Israel extends 12-hour cease-fire, will it go past midnight? (+video)

Seven nations have asked Israel and Hamas to extend Saturday's cease-fire. Israel reportedly agreed to extend the cease-fire until midnight Saturday to discuss a longer extension.  What about Hamas?

By , Staff writer

In response to a call from seven foreign ministers to extend Saturday's 12-hour cease-fire in the Gaza Strip, Israel said yes to a four-hour extension.

The call for the cease-fire extension came as the death toll among Palestinians topped 1,000 after 18 days of conflict, and Israeli media report a death toll of 40 Israeli soldiers and three civilians. The number of Israeli soldiers hospitalized has reached 138, according to Haaretz.

France's Foreign Minister Laurent Fabius issued a cease-fire extension request Saturday flanked by his counterparts from the U.S., Britain, Germany, Italy, Qatar and Turkey, as well as the EU's deputy foreign minister.  Mr. Fabuius also advocated a long-term truce that addresses Israel's concerns about security as well as Palestinian demands to open Gaza borders to allow more freedom of movement and commerce.

Recommended: How much do you know about the Palestinians? Take our quiz

At the Paris summit, there were no official representatives from Israel, Egypt, or the Palestinian Authority, but Hamas was represented by the foreign ministers of Qatar and Turkey.

Haaretz reports that the Israeli cabinet ministers agreed to a four-hour extension to the cease-fire, which would bring it to midnight Saturday local time. However, there's been no official confirmation that Hamas has agreed to an extension.

"In the security cabinet meeting Saturday evening, ministers will discuss the Gaza operation and the possibility of extending the cease-fire until the morning. The senior official notes that the IDF will not stop operations to destroy tunnels in the Strip during the cease-fire," reports Haaretz.

As The Christian Science Monitor reported, the rough outline of a Kerry peace plan - rejected by Israel Friday - included an initial step of both sides agreeing to an initial suspension of hostilities for at least five days or up to a week, beginning Sunday, to allow for humanitarian assistance to Gaza’s besieged civilian population.

Second, Israel and Hamas would begin negotiations toward a more long-term settlement of the Gaza crisis during the truce, with Egypt playing the role of mediator and the Palestinian Fatah organization participating.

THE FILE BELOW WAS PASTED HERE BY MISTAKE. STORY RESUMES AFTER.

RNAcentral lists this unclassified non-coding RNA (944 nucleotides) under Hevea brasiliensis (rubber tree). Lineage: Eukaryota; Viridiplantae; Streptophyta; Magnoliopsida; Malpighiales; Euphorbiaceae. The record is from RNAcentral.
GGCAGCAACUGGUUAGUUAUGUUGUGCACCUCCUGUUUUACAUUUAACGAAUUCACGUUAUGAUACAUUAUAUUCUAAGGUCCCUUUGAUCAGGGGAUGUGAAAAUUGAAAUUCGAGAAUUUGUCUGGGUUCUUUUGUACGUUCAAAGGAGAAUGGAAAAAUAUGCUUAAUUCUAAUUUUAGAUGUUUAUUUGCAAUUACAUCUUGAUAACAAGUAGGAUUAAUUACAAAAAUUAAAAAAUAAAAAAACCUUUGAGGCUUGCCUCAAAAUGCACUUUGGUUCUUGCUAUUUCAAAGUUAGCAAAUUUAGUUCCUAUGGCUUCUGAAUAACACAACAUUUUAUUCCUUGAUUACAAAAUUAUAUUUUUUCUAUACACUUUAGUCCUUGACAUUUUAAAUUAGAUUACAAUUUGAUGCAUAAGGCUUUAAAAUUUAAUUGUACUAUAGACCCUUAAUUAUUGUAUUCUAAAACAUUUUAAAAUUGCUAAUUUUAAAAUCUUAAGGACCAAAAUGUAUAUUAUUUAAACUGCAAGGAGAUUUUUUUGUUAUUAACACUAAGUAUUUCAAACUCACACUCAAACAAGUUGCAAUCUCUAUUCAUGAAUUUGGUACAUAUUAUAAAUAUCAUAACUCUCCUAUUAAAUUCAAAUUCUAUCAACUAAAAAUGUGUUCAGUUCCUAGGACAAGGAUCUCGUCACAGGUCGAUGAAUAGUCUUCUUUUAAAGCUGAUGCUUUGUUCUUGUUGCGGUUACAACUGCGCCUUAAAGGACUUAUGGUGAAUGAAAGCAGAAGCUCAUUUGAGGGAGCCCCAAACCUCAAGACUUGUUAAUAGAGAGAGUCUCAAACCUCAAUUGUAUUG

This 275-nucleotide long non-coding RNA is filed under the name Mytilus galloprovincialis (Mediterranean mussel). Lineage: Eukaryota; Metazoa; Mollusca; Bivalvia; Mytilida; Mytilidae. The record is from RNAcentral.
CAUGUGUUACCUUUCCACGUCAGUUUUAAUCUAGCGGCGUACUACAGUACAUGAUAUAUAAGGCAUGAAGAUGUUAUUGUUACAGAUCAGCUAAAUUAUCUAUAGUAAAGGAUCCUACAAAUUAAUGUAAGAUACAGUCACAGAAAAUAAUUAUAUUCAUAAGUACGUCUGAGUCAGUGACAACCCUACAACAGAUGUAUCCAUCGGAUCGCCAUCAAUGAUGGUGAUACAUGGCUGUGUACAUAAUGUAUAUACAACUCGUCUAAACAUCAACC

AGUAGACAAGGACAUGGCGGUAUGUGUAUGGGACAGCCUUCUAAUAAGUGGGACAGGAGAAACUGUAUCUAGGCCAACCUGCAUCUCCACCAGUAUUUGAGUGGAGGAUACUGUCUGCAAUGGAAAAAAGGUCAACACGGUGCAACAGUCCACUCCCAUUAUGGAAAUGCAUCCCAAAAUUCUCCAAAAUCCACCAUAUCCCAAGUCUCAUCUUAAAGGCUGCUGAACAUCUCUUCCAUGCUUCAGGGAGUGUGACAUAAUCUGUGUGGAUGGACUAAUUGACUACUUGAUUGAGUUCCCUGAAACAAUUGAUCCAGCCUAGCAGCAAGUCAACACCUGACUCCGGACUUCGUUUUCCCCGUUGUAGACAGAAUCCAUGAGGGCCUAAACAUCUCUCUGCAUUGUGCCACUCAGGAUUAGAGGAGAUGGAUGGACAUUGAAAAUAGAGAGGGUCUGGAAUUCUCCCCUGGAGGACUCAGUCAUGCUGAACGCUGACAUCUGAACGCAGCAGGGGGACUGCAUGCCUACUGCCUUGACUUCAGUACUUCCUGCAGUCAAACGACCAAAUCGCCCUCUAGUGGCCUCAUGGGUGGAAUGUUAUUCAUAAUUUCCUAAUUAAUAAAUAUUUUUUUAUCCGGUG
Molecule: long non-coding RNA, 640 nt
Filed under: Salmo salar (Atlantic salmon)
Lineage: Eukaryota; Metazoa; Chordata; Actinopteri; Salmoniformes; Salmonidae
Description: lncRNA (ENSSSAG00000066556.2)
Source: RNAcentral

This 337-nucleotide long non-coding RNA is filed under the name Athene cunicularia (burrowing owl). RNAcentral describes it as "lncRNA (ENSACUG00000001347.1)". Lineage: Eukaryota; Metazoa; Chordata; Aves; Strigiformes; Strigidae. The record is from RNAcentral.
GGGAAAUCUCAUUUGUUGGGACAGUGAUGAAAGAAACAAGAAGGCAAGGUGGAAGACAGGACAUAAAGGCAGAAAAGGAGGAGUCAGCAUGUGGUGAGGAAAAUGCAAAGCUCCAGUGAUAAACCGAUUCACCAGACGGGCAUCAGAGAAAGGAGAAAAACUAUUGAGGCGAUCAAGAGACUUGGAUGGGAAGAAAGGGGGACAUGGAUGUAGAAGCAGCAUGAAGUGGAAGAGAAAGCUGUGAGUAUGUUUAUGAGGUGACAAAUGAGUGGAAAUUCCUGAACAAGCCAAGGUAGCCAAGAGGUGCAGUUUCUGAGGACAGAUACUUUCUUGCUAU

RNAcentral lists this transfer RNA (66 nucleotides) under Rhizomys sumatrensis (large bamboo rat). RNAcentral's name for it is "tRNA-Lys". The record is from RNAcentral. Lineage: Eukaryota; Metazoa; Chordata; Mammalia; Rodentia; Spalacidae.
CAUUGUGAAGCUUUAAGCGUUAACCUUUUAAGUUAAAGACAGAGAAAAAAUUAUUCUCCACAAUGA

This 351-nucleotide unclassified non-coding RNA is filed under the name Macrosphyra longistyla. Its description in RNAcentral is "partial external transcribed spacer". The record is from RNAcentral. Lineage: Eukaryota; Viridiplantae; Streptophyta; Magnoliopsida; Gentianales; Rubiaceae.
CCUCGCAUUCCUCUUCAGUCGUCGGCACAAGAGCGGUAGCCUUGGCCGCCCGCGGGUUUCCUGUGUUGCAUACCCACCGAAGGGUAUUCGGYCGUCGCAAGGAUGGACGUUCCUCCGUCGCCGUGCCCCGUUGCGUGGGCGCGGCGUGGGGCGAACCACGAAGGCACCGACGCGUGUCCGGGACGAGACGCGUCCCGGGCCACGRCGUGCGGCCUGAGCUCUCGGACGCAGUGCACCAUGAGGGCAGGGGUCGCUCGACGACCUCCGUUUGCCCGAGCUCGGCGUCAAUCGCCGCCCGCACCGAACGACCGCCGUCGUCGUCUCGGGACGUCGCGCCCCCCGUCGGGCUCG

According to the plan, the United States, the European Union, and United Nations Secretary General Ban Ki-moon would serve as guarantors that the negotiations would work to the end goal of meeting both sides’ key demands: for Israel, ridding Gaza of the rockets and tunnels that pose a security threat to the Jewish state, and for Hamas, ending the Israeli embargo of Gaza that for years has choked the small Palestinian enclave

Meanwhile, on Saturday, Turkey lifted its ban on flights to Tel Aviv's Ben Gurion airport. But it wasn't clear if the ban would resume. 

"Taking into account the current cease-fire situation, the flight ban on Israel's Ben Gurion airport has been lifted, pending a subsequent announcement," it said via its Twitter account, reported Reuters. Some 2,500 Israelis were stranded in Turkey due to the flight ban.

The FAA and some US airlines suspended flights to Tel Aviv this week when a Hamas rocket landed near the airport. But a Iron Dome battery officer intentionally did not shoot down that Hamas rocket because the system projected that it would land a mile away from the airport perimeter, reports Haaretz.

"The July 22nd rocket attack impacted at a distance of approximately one mile from the airport's outer perimeter fence," Giora Romm, director general of the CAAI, wrote in the memo. "The Israeli Air force, responsible for intercepting the rocket via the Iron Dome system, was aware of the projected impact point almost three minutes beforehand, and realized that it would hit outside Ben-Gurion's borders. In this particular case, the Air force chose not to intercept the rocket, for calculated reasons completely unrelated to Ben-Gurion."

According to Romm, "the Civil Aviation authority, in close coordination with The Israeli Airport Authority and the Israeli Air Force, has been working for the last two years on preparing a plan for Ben-Gurion's continued operation in the event of Palestinian rocket attacks on Israel's central region, where the airport is located. The foundation of this contingency plan was the deployment of "Iron Dome" anti-rocket defense systems throughout Israel's center, in order to provide this central region's population (numbering over one million citizens), and Ben-Gurion Airport in particular, with protection against rocket attacks."

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